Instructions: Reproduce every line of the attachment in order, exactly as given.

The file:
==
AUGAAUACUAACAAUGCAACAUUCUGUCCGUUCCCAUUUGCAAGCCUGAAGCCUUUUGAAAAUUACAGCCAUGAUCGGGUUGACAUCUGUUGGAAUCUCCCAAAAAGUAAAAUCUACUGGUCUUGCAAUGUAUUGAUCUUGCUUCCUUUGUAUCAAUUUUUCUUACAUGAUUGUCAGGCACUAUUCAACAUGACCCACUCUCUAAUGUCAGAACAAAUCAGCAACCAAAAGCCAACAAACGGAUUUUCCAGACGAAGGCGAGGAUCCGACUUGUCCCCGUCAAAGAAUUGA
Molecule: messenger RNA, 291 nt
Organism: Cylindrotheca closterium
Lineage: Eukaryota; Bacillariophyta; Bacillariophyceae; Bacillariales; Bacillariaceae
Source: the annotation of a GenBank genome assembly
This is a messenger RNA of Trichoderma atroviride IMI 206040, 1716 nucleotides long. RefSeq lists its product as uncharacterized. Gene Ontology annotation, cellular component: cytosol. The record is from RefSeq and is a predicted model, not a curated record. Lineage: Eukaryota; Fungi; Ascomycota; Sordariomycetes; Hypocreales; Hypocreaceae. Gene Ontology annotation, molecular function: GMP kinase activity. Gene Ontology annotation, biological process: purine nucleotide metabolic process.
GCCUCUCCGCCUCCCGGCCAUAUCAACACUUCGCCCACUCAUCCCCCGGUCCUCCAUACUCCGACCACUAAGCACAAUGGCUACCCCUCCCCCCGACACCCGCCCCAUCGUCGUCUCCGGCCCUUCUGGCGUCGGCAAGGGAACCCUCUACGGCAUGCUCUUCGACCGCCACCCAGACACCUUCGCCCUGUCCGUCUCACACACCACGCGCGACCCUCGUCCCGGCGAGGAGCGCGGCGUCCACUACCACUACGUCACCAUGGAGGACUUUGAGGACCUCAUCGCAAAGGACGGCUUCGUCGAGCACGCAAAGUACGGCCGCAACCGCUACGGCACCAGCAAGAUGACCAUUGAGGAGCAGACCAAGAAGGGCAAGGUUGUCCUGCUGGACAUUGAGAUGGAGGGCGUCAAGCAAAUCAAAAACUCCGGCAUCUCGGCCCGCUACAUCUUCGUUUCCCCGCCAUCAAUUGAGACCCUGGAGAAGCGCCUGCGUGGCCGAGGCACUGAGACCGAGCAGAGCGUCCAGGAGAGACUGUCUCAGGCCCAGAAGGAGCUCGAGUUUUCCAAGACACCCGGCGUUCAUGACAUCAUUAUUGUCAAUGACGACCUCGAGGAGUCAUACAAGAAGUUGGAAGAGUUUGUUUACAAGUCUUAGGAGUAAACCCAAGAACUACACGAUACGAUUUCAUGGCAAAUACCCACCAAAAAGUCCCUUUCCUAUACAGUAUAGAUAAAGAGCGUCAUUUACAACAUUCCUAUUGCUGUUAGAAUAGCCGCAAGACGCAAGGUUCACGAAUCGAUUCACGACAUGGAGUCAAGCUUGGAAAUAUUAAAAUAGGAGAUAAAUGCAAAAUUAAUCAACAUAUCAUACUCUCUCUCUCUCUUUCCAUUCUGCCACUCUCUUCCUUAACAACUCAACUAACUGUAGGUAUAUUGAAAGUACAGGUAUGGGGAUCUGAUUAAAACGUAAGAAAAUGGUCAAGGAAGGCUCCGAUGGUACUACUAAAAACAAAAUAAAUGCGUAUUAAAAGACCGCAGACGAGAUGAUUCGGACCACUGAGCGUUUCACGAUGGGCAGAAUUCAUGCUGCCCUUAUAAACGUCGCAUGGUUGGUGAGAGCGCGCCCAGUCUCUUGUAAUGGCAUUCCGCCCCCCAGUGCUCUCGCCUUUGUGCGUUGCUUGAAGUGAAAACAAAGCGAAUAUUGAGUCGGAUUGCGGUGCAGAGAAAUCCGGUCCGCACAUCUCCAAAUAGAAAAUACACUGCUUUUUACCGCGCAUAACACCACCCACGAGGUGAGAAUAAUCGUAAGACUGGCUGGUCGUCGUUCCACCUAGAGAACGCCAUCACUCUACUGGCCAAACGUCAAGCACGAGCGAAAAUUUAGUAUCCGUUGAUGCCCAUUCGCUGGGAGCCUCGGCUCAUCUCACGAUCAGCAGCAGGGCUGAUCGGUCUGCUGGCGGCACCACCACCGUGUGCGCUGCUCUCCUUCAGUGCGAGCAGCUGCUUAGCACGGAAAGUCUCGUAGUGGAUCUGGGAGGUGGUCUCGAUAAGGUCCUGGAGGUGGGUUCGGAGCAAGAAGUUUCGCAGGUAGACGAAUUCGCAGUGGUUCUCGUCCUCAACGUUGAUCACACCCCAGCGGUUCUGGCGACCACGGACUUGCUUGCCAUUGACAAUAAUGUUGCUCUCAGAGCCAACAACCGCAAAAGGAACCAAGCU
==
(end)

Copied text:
AUGAAUACUAACAAUGCAACAUUCUGUCCGUUCCCAUUUGCAAGCCUGAAGCCUUUUGAAAAUUACAGCCAUGAUCGGGUUGACAUCUGUUGGAAUCUCCCAAAAAGUAAAAUCUACUGGUCUUGCAAUGUAUUGAUCUUGCUUCCUUUGUAUCAAUUUUUCUUACAUGAUUGUCAGGCACUAUUCAACAUGACCCACUCUCUAAUGUCAGAACAAAUCAGCAACCAAAAGCCAACAAACGGAUUUUCCAGACGAAGGCGAGGAUCCGACUUGUCCCCGUCAAAGAAUUGA
Molecule: messenger RNA, 291 nt
Organism: Cylindrotheca closterium
Lineage: Eukaryota; Bacillariophyta; Bacillariophyceae; Bacillariales; Bacillariaceae
Source: the annotation of a GenBank genome assembly
This is a messenger RNA of Trichoderma atroviride IMI 206040, 1716 nucleotides long. RefSeq lists its product as uncharacterized. Gene Ontology annotation, cellular component: cytosol. The record is from RefSeq and is a predicted model, not a curated record. Lineage: Eukaryota; Fungi; Ascomycota; Sordariomycetes; Hypocreales; Hypocreaceae. Gene Ontology annotation, molecular function: GMP kinase activity. Gene Ontology annotation, biological process: purine nucleotide metabolic process.
GCCUCUCCGCCUCCCGGCCAUAUCAACACUUCGCCCACUCAUCCCCCGGUCCUCCAUACUCCGACCACUAAGCACAAUGGCUACCCCUCCCCCCGACACCCGCCCCAUCGUCGUCUCCGGCCCUUCUGGCGUCGGCAAGGGAACCCUCUACGGCAUGCUCUUCGACCGCCACCCAGACACCUUCGCCCUGUCCGUCUCACACACCACGCGCGACCCUCGUCCCGGCGAGGAGCGCGGCGUCCACUACCACUACGUCACCAUGGAGGACUUUGAGGACCUCAUCGCAAAGGACGGCUUCGUCGAGCACGCAAAGUACGGCCGCAACCGCUACGGCACCAGCAAGAUGACCAUUGAGGAGCAGACCAAGAAGGGCAAGGUUGUCCUGCUGGACAUUGAGAUGGAGGGCGUCAAGCAAAUCAAAAACUCCGGCAUCUCGGCCCGCUACAUCUUCGUUUCCCCGCCAUCAAUUGAGACCCUGGAGAAGCGCCUGCGUGGCCGAGGCACUGAGACCGAGCAGAGCGUCCAGGAGAGACUGUCUCAGGCCCAGAAGGAGCUCGAGUUUUCCAAGACACCCGGCGUUCAUGACAUCAUUAUUGUCAAUGACGACCUCGAGGAGUCAUACAAGAAGUUGGAAGAGUUUGUUUACAAGUCUUAGGAGUAAACCCAAGAACUACACGAUACGAUUUCAUGGCAAAUACCCACCAAAAAGUCCCUUUCCUAUACAGUAUAGAUAAAGAGCGUCAUUUACAACAUUCCUAUUGCUGUUAGAAUAGCCGCAAGACGCAAGGUUCACGAAUCGAUUCACGACAUGGAGUCAAGCUUGGAAAUAUUAAAAUAGGAGAUAAAUGCAAAAUUAAUCAACAUAUCAUACUCUCUCUCUCUCUUUCCAUUCUGCCACUCUCUUCCUUAACAACUCAACUAACUGUAGGUAUAUUGAAAGUACAGGUAUGGGGAUCUGAUUAAAACGUAAGAAAAUGGUCAAGGAAGGCUCCGAUGGUACUACUAAAAACAAAAUAAAUGCGUAUUAAAAGACCGCAGACGAGAUGAUUCGGACCACUGAGCGUUUCACGAUGGGCAGAAUUCAUGCUGCCCUUAUAAACGUCGCAUGGUUGGUGAGAGCGCGCCCAGUCUCUUGUAAUGGCAUUCCGCCCCCCAGUGCUCUCGCCUUUGUGCGUUGCUUGAAGUGAAAACAAAGCGAAUAUUGAGUCGGAUUGCGGUGCAGAGAAAUCCGGUCCGCACAUCUCCAAAUAGAAAAUACACUGCUUUUUACCGCGCAUAACACCACCCACGAGGUGAGAAUAAUCGUAAGACUGGCUGGUCGUCGUUCCACCUAGAGAACGCCAUCACUCUACUGGCCAAACGUCAAGCACGAGCGAAAAUUUAGUAUCCGUUGAUGCCCAUUCGCUGGGAGCCUCGGCUCAUCUCACGAUCAGCAGCAGGGCUGAUCGGUCUGCUGGCGGCACCACCACCGUGUGCGCUGCUCUCCUUCAGUGCGAGCAGCUGCUUAGCACGGAAAGUCUCGUAGUGGAUCUGGGAGGUGGUCUCGAUAAGGUCCUGGAGGUGGGUUCGGAGCAAGAAGUUUCGCAGGUAGACGAAUUCGCAGUGGUUCUCGUCCUCAACGUUGAUCACACCCCAGCGGUUCUGGCGACCACGGACUUGCUUGCCAUUGACAAUAAUGUUGCUCUCAGAGCCAACAACCGCAAAAGGAACCAAGCU